The gameplay is quite basic, as can be expected from old school goodness. The view is top down with you moving your character on a 2D plane. Unlike many games like this, the movement is not grid-based like Dragon Warrior. Instead, movement is quite free and fluid. This helps make the game a bit more difficult and less restrictive in your movements, making battle (particularly against bosses) that much sweeter. In order to defeat your enemies, you must hack the living hell out of them or charge up your sword to fire a projectile blast. As you collect more items like balls and bracelets, you can fire more powerful projectile or even unleash a devastating spell, respectively. As mentioned, this also sweetens the already furious gameplay, making you think, react, and strategize through those tougher battles. It is, all in all, what separates this game from others of its like.

If the thought of a 2D plane brings up dull, lifeless environments, rest assured that the game's graphics are spectacular. Environments are fully rendered with lush landscape and full trees, not to mention reasonably immense design. While the game is fairly linear, each area allows for great exploration factor to keep the game from going stale. The developers also loaded the game with vibrant colors and astute design to characters, enemies, and other piece of the environment.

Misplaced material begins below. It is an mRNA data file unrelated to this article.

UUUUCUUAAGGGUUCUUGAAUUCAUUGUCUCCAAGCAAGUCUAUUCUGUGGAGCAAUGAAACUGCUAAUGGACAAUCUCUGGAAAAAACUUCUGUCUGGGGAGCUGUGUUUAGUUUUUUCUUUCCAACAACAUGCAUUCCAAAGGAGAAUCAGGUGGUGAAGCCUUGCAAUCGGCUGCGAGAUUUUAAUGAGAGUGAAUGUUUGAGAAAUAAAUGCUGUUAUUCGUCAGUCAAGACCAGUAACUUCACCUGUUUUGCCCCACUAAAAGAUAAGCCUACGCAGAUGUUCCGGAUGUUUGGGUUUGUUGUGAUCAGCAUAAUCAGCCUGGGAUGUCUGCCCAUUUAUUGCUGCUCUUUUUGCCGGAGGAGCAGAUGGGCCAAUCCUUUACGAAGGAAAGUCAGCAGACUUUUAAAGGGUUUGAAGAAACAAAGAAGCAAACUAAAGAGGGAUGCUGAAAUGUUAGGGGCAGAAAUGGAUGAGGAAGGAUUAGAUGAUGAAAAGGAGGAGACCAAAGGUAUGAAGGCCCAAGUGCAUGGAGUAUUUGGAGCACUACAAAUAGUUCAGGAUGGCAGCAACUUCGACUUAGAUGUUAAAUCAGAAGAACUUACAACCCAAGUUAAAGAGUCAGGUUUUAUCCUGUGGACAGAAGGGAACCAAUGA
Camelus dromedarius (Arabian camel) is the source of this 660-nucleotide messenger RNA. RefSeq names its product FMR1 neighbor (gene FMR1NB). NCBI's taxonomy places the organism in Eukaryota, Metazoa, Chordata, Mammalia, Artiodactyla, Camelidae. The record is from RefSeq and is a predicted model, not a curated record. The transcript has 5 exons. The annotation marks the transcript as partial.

The game's sounds are a bit of a mixed bag, particularly in some of the sound effects. Whenever your character is hit, he makes a loud PEEP that gets annoying very fast. To heal him effectively, you can use the spell Refresh (which you use quite often) which also makes a rather irritating sound. Aside from that, most of the sound effects fit perfectly with their given event. Slashing into enemies makes a nice, satisfying hack, like you're slashing right through flash. Some of the explosions that occur when you break down a wall with a powered up sword blast also sound fairly awe-inspiring.

The music, however, helps make up for the slight deficits in sound effects. For the most part, the music is all fitting of the epic feel. Some of the music when you enter temples and dungeons seem to bring up the idea of not just basic dread or evil, but some kind of desperate malevolence. Of course, the boss battle music is some of the best, as it really captures the feeling of the heat of battle.